As reported by Bloomberg’s Michael McDonald (no, not that one), Dartmouth College recently found itself embroiled in a cheating scandal involving 64 students in — you couldn’t make this up — a sports ethics class. The course, which was designed to appeal to student athletes, had 300 enrolled students when the cheating occurred. That means 21% of the class was caught cheating. Who knows if the actual number was higher.
McDonald notes that Dartmouth’s headache echoes recent cases at Harvard and the University of North Carolina:
“Harvard University investigated 125 students in 2012 for inappropriate collaboration on a take-home final exam in a U.S. government course. Half were told to withdraw for a year, including the senior co-captains of the basketball team, while the rest were given probation.
The University of North Carolina at Chapel Hill last year detailed an academic fraud that spanned 18 years and made it easier for student athletes to maintain eligibility to play. An independent investigation found that 3,100 students took so-called paper classes with no faculty involvement or class attendance.”
McDonald then quotes Aine Donovan, the director of Dartmouth’s ethics institution, who blames changing cultural values for the uptick in cheating. She blames the “special snowflake” effect in which young people are brought up to think of themselves as special, unique, and “the best.” Traits such as self-regulation and integrity are being left by the wayside because society no longer values them.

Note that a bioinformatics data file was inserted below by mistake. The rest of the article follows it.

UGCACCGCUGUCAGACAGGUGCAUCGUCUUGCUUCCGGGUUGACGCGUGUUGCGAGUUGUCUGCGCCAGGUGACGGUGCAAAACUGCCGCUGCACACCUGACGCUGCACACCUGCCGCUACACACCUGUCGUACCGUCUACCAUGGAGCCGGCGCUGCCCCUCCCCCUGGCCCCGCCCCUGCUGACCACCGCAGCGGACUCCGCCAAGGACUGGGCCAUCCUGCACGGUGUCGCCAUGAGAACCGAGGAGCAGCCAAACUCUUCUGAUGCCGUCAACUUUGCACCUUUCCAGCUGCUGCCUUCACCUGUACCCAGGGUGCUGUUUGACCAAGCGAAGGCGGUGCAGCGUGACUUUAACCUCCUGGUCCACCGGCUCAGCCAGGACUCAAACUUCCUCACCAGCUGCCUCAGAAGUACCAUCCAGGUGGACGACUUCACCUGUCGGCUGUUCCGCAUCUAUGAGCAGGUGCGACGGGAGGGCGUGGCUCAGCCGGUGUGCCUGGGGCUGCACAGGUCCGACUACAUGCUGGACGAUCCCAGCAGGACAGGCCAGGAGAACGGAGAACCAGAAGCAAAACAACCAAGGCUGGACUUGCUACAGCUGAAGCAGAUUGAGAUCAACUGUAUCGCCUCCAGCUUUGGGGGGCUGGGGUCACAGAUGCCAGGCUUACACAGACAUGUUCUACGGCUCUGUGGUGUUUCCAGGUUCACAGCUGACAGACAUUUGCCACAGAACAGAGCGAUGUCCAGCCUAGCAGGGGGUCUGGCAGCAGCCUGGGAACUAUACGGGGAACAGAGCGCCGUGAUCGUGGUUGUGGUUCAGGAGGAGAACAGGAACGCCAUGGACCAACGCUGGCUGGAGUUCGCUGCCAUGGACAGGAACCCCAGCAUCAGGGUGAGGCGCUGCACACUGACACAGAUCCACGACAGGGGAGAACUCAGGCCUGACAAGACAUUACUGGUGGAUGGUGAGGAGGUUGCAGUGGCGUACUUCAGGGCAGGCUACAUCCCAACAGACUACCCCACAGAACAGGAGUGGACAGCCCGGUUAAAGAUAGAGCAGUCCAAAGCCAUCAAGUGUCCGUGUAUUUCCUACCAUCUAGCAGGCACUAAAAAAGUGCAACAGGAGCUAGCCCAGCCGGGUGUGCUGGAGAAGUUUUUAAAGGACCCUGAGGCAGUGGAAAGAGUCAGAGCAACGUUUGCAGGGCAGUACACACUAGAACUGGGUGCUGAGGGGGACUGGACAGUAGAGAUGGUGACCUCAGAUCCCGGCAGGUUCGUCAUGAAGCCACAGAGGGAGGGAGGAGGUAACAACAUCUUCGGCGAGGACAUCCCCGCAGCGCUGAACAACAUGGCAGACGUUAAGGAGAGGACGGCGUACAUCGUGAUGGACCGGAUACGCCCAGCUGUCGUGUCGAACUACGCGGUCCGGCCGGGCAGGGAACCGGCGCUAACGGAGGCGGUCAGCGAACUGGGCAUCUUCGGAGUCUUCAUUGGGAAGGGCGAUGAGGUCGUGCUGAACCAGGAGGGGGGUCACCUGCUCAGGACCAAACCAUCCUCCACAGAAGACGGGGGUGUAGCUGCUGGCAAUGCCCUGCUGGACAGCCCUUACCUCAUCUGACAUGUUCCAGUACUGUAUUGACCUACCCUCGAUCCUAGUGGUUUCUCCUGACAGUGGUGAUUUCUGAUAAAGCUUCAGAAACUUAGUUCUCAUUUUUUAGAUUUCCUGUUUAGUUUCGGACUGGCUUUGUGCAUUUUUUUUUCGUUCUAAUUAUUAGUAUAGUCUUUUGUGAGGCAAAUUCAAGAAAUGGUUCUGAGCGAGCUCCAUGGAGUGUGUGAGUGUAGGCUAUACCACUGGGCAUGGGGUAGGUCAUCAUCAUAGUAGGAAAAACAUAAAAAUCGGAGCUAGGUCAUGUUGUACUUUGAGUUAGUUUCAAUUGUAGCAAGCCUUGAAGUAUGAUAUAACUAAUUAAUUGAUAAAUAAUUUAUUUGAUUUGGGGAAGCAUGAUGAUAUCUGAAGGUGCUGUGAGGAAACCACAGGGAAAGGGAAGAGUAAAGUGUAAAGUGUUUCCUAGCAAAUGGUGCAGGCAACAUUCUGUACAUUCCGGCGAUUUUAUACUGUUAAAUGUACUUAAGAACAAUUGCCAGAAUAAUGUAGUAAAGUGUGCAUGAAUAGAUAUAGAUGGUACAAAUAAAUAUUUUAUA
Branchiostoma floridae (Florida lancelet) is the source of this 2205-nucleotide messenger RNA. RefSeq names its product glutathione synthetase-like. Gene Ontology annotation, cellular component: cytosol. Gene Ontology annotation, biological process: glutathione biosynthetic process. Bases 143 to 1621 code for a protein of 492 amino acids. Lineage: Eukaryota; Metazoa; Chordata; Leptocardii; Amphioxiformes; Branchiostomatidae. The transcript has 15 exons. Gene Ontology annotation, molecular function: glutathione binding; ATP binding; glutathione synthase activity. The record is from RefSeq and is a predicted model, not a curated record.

On the surface, Donovan’s words come off a little bit like a “kids these days” rant, but there’s likely some truth within her indictment of society. Humor me for a second and think on the following question: “Why do we punish cheaters?” Your answer to that question says a lot about your values — how you feel about fairness, equality, ability, etc. For some, cheating is a categorical taboo. For others, there’s a thin line between cheating and “getting ahead.”
My guess is that far too many folks would probably answer the above question with “because cheating is wrong.” But why is it wrong? We as a society seem to have lost this understanding. We’ve vilified transgressors for so long that we’ve entered evaluative autopilot. And thus, we cheat because we either:
1. don’t understand why it’s wrong
2. don’t care that it’s wrong
3. don’t think that it’s wrong
And until society as a whole solidifies its opinion on cheating we’re not likely to see any of these big stories go away.
Read more at Bloomberg
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